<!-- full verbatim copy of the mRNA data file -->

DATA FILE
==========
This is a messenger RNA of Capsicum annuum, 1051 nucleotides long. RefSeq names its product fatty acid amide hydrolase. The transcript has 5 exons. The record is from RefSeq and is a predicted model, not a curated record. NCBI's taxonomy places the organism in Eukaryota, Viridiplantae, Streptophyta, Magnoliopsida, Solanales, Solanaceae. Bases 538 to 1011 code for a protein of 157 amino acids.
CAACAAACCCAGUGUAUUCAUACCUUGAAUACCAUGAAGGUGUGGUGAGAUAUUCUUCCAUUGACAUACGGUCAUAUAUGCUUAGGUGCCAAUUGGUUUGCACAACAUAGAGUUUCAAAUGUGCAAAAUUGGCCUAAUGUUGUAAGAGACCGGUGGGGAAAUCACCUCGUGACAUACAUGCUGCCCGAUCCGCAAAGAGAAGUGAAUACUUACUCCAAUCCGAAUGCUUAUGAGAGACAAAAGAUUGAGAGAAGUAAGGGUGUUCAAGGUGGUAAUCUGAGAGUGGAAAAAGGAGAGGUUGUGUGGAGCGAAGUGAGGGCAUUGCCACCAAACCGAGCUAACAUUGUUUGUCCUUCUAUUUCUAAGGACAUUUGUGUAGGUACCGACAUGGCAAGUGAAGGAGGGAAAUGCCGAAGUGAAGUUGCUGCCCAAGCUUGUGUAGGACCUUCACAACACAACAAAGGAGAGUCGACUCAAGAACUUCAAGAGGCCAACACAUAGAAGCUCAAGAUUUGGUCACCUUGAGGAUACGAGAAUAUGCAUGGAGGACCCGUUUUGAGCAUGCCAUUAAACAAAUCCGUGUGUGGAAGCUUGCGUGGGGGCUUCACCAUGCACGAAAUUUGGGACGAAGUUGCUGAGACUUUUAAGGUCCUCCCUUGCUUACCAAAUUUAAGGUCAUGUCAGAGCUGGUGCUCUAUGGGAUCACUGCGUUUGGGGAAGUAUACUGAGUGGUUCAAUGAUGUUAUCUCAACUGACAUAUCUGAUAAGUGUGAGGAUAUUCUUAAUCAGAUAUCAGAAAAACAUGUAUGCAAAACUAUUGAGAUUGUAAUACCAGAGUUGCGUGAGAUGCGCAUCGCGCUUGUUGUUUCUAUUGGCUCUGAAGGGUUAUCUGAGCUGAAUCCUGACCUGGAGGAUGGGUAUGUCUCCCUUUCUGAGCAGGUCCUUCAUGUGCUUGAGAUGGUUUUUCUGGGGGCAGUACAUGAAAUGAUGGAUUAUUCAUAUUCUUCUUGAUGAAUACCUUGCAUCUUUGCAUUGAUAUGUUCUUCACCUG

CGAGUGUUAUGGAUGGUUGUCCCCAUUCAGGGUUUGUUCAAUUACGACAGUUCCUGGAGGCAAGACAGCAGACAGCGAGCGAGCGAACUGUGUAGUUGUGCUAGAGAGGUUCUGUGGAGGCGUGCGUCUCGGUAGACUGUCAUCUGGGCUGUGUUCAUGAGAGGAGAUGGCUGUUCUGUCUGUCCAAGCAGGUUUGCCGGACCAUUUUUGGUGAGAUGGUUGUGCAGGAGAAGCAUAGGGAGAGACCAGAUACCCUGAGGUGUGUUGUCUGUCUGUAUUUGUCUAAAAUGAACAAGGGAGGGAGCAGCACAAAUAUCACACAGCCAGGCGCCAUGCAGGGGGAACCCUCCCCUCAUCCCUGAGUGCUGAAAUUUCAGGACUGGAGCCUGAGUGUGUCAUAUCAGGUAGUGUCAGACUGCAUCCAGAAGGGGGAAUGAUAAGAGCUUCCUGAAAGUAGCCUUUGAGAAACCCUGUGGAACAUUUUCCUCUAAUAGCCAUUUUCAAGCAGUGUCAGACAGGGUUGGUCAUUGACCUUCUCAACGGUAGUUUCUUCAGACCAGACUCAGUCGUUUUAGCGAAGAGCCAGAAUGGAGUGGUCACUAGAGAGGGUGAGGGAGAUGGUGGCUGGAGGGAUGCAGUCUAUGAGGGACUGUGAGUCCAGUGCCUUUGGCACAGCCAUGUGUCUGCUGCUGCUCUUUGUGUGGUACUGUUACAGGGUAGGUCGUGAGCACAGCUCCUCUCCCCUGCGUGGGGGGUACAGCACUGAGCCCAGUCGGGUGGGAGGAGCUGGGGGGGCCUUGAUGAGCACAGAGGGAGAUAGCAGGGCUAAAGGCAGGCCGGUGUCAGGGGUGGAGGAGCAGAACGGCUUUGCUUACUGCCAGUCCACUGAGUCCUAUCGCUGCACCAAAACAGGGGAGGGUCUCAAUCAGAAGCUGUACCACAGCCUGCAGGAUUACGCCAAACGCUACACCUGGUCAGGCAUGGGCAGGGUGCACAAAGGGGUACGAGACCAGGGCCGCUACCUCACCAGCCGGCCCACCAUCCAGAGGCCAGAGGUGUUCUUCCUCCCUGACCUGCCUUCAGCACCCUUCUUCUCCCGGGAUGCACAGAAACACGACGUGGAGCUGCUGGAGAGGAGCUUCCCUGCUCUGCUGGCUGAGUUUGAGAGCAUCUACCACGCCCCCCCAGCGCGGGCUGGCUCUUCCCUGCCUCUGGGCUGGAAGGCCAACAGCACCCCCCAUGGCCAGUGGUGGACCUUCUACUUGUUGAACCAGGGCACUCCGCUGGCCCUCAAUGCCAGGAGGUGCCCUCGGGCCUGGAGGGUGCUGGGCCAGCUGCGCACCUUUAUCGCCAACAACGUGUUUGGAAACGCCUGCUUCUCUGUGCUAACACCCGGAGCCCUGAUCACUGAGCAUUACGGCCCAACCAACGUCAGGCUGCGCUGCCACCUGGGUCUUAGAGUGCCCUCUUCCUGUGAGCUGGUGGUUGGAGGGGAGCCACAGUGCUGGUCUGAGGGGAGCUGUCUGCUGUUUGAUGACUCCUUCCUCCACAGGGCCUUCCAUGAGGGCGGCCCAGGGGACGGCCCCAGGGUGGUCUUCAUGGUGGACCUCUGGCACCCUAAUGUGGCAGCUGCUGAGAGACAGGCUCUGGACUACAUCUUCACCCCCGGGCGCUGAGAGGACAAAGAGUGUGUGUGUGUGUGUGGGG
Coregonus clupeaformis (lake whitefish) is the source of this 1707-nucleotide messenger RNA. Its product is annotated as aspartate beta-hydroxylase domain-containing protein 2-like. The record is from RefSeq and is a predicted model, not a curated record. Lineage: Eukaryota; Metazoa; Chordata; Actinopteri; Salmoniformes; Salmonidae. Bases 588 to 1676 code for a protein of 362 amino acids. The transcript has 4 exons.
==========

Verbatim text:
This is a messenger RNA of Capsicum annuum, 1051 nucleotides long. RefSeq names its product fatty acid amide hydrolase. The transcript has 5 exons. The record is from RefSeq and is a predicted model, not a curated record. NCBI's taxonomy places the organism in Eukaryota, Viridiplantae, Streptophyta, Magnoliopsida, Solanales, Solanaceae. Bases 538 to 1011 code for a protein of 157 amino acids.
CAACAAACCCAGUGUAUUCAUACCUUGAAUACCAUGAAGGUGUGGUGAGAUAUUCUUCCAUUGACAUACGGUCAUAUAUGCUUAGGUGCCAAUUGGUUUGCACAACAUAGAGUUUCAAAUGUGCAAAAUUGGCCUAAUGUUGUAAGAGACCGGUGGGGAAAUCACCUCGUGACAUACAUGCUGCCCGAUCCGCAAAGAGAAGUGAAUACUUACUCCAAUCCGAAUGCUUAUGAGAGACAAAAGAUUGAGAGAAGUAAGGGUGUUCAAGGUGGUAAUCUGAGAGUGGAAAAAGGAGAGGUUGUGUGGAGCGAAGUGAGGGCAUUGCCACCAAACCGAGCUAACAUUGUUUGUCCUUCUAUUUCUAAGGACAUUUGUGUAGGUACCGACAUGGCAAGUGAAGGAGGGAAAUGCCGAAGUGAAGUUGCUGCCCAAGCUUGUGUAGGACCUUCACAACACAACAAAGGAGAGUCGACUCAAGAACUUCAAGAGGCCAACACAUAGAAGCUCAAGAUUUGGUCACCUUGAGGAUACGAGAAUAUGCAUGGAGGACCCGUUUUGAGCAUGCCAUUAAACAAAUCCGUGUGUGGAAGCUUGCGUGGGGGCUUCACCAUGCACGAAAUUUGGGACGAAGUUGCUGAGACUUUUAAGGUCCUCCCUUGCUUACCAAAUUUAAGGUCAUGUCAGAGCUGGUGCUCUAUGGGAUCACUGCGUUUGGGGAAGUAUACUGAGUGGUUCAAUGAUGUUAUCUCAACUGACAUAUCUGAUAAGUGUGAGGAUAUUCUUAAUCAGAUAUCAGAAAAACAUGUAUGCAAAACUAUUGAGAUUGUAAUACCAGAGUUGCGUGAGAUGCGCAUCGCGCUUGUUGUUUCUAUUGGCUCUGAAGGGUUAUCUGAGCUGAAUCCUGACCUGGAGGAUGGGUAUGUCUCCCUUUCUGAGCAGGUCCUUCAUGUGCUUGAGAUGGUUUUUCUGGGGGCAGUACAUGAAAUGAUGGAUUAUUCAUAUUCUUCUUGAUGAAUACCUUGCAUCUUUGCAUUGAUAUGUUCUUCACCUG

CGAGUGUUAUGGAUGGUUGUCCCCAUUCAGGGUUUGUUCAAUUACGACAGUUCCUGGAGGCAAGACAGCAGACAGCGAGCGAGCGAACUGUGUAGUUGUGCUAGAGAGGUUCUGUGGAGGCGUGCGUCUCGGUAGACUGUCAUCUGGGCUGUGUUCAUGAGAGGAGAUGGCUGUUCUGUCUGUCCAAGCAGGUUUGCCGGACCAUUUUUGGUGAGAUGGUUGUGCAGGAGAAGCAUAGGGAGAGACCAGAUACCCUGAGGUGUGUUGUCUGUCUGUAUUUGUCUAAAAUGAACAAGGGAGGGAGCAGCACAAAUAUCACACAGCCAGGCGCCAUGCAGGGGGAACCCUCCCCUCAUCCCUGAGUGCUGAAAUUUCAGGACUGGAGCCUGAGUGUGUCAUAUCAGGUAGUGUCAGACUGCAUCCAGAAGGGGGAAUGAUAAGAGCUUCCUGAAAGUAGCCUUUGAGAAACCCUGUGGAACAUUUUCCUCUAAUAGCCAUUUUCAAGCAGUGUCAGACAGGGUUGGUCAUUGACCUUCUCAACGGUAGUUUCUUCAGACCAGACUCAGUCGUUUUAGCGAAGAGCCAGAAUGGAGUGGUCACUAGAGAGGGUGAGGGAGAUGGUGGCUGGAGGGAUGCAGUCUAUGAGGGACUGUGAGUCCAGUGCCUUUGGCACAGCCAUGUGUCUGCUGCUGCUCUUUGUGUGGUACUGUUACAGGGUAGGUCGUGAGCACAGCUCCUCUCCCCUGCGUGGGGGGUACAGCACUGAGCCCAGUCGGGUGGGAGGAGCUGGGGGGGCCUUGAUGAGCACAGAGGGAGAUAGCAGGGCUAAAGGCAGGCCGGUGUCAGGGGUGGAGGAGCAGAACGGCUUUGCUUACUGCCAGUCCACUGAGUCCUAUCGCUGCACCAAAACAGGGGAGGGUCUCAAUCAGAAGCUGUACCACAGCCUGCAGGAUUACGCCAAACGCUACACCUGGUCAGGCAUGGGCAGGGUGCACAAAGGGGUACGAGACCAGGGCCGCUACCUCACCAGCCGGCCCACCAUCCAGAGGCCAGAGGUGUUCUUCCUCCCUGACCUGCCUUCAGCACCCUUCUUCUCCCGGGAUGCACAGAAACACGACGUGGAGCUGCUGGAGAGGAGCUUCCCUGCUCUGCUGGCUGAGUUUGAGAGCAUCUACCACGCCCCCCCAGCGCGGGCUGGCUCUUCCCUGCCUCUGGGCUGGAAGGCCAACAGCACCCCCCAUGGCCAGUGGUGGACCUUCUACUUGUUGAACCAGGGCACUCCGCUGGCCCUCAAUGCCAGGAGGUGCCCUCGGGCCUGGAGGGUGCUGGGCCAGCUGCGCACCUUUAUCGCCAACAACGUGUUUGGAAACGCCUGCUUCUCUGUGCUAACACCCGGAGCCCUGAUCACUGAGCAUUACGGCCCAACCAACGUCAGGCUGCGCUGCCACCUGGGUCUUAGAGUGCCCUCUUCCUGUGAGCUGGUGGUUGGAGGGGAGCCACAGUGCUGGUCUGAGGGGAGCUGUCUGCUGUUUGAUGACUCCUUCCUCCACAGGGCCUUCCAUGAGGGCGGCCCAGGGGACGGCCCCAGGGUGGUCUUCAUGGUGGACCUCUGGCACCCUAAUGUGGCAGCUGCUGAGAGACAGGCUCUGGACUACAUCUUCACCCCCGGGCGCUGAGAGGACAAAGAGUGUGUGUGUGUGUGUGGGG
Coregonus clupeaformis (lake whitefish) is the source of this 1707-nucleotide messenger RNA. Its product is annotated as aspartate beta-hydroxylase domain-containing protein 2-like. The record is from RefSeq and is a predicted model, not a curated record. Lineage: Eukaryota; Metazoa; Chordata; Actinopteri; Salmoniformes; Salmonidae. Bases 588 to 1676 code for a protein of 362 amino acids. The transcript has 4 exons.